Thankful for the rain
By Jerry Nine
(Aug. 21)—It is a good sign when even that negative, more gripy category of ranchers says the grass sure looks a lot better than they thought it could. That is definitely a good sign. I do see a few pastures where the grass is headed out. I also see some pastures where it was overgrazed so it looks fair. And the reason I saw that pasture is because it is mine. Another pasture of mine looks green but when you get close it is covered with a weed. I have heard a lot of ranchers say that they have never seen devil’s claws so thick. And they are huge like a bush. But all in all, we are thankful for that month of rain.
I just gathered some yearlings off of a wheat field where I left them after grazing the wheat to eat the weeds that were there. It is sure nice to see their manure green, which is a sign of getting enough protein.
I just heard on the radio that Smithville Foods is possibly going to sell to a Chinese company. Does this not sound all too familiar? I do not think it is in the U.S. consumer’s best interest nor a U.S. farmer or rancher’s best interest to be owned by an outside country. We could wake up someday and realize that other countries do not have to bomb us or defeat us in battle to control us. I also do not think we want the Chinese deciding our food prices. I look for this to happen a lot more if the government allows it.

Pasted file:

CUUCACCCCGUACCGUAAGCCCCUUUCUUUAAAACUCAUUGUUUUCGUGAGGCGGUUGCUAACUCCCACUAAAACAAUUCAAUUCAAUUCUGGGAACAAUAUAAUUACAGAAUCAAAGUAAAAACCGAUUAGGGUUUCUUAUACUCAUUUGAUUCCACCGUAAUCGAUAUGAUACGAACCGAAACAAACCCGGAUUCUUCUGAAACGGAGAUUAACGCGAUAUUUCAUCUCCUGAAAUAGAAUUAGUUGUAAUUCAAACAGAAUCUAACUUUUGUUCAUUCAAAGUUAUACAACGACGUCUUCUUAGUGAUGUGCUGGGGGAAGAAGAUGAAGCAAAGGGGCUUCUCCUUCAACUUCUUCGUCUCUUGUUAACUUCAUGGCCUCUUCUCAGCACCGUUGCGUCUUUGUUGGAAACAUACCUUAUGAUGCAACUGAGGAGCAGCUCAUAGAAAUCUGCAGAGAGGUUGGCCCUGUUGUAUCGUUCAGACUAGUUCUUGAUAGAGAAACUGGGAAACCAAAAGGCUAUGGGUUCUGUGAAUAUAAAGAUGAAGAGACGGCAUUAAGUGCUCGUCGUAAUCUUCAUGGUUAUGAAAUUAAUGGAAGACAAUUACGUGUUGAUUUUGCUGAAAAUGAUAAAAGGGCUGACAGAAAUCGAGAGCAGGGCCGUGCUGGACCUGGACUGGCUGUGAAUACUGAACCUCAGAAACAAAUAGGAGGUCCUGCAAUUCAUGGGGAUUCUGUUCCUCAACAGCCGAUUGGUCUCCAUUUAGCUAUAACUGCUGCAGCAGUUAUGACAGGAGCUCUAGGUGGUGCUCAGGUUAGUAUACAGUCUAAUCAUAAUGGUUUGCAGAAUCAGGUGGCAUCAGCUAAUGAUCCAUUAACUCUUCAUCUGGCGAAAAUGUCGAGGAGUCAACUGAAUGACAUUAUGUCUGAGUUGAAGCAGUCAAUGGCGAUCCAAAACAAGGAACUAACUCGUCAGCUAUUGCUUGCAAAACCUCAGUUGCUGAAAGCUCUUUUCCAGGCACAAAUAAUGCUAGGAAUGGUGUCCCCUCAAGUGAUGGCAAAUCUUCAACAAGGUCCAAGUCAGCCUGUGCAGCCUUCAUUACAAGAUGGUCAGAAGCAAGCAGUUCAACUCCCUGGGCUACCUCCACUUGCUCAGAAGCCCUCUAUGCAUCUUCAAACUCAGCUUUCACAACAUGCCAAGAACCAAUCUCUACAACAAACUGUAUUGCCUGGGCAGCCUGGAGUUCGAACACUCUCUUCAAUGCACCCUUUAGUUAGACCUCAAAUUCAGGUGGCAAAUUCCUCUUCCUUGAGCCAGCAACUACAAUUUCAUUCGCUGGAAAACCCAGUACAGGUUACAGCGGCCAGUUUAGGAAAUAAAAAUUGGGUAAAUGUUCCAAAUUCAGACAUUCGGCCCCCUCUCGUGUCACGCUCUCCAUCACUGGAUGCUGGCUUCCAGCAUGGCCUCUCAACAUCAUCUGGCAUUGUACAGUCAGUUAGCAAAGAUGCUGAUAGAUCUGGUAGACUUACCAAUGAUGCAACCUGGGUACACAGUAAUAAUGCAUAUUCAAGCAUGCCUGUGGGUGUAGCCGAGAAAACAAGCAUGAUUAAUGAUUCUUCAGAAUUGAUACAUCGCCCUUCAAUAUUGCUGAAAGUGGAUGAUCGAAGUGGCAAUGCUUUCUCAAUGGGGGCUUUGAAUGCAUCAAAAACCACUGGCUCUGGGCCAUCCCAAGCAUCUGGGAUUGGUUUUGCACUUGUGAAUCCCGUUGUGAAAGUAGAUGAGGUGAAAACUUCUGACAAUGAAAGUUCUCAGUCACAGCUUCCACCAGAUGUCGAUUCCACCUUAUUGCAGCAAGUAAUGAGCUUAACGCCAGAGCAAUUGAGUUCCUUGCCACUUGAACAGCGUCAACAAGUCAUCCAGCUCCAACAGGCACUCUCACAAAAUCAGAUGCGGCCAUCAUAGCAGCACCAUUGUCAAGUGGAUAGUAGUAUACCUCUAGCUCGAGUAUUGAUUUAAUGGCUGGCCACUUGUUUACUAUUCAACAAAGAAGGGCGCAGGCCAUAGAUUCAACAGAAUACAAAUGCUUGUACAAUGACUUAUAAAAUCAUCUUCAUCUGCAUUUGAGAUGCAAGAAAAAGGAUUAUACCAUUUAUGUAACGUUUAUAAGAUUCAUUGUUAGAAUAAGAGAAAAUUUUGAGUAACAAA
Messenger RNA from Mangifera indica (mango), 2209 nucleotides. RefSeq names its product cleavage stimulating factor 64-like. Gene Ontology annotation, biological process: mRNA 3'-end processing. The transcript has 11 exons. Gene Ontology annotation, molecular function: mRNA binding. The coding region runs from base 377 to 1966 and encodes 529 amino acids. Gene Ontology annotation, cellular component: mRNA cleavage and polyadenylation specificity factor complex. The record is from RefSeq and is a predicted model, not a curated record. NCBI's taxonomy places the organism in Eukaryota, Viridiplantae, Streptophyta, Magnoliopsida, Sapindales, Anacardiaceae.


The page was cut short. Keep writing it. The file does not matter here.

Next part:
Cattle prices are extremely good. We sold 2-year-old pairs this week with 300- to 400-pound calves for $2,025 to $2,125. A heifer weighing 500 to 550 pounds brought $160 to $170 per hundredweight with a few weaned steer calves weighing 294 bringing $253.40 cwt. The market is very good all the way through with killing cows topping at $98.50 cwt.
This week at the coffee shop early in the morning was an ole cowboy who I tease a lot. Another cowboy said to this older cowboy, “Could you help him?” They were referring to me. The older one said, “Yes, I would like to help him—that is, right out the door.”
Another group of cowboys was gathering cattle and working the calves. And of course one ole cowboy brought his dog. I wasn’t there, but I would bet the dog was in the way. His dog’s name was Stacy. There were four or five cowboys and each brought their kids. Every time they roped one of the calves, the ole cowboy would holler, “Stacy, get back,” or “Stacy, get out of the way!” Finally, his words were, “Stacy, you ole mutt.” The ole cowboy looked down at this 13-year-old girl, who was glaring at him up on his horse. He said, “What is the matter?” She said, “I am not in the way,” in a very frustrated tone. Soon the ole cowboy got acquainted with the daughter of one of the other cowboys—Stacy.
Editor’s note: Jerry Nine, Woodward, Okla., is a lifetime cattleman who grew up on his family’s ranch near Laverne, Okl.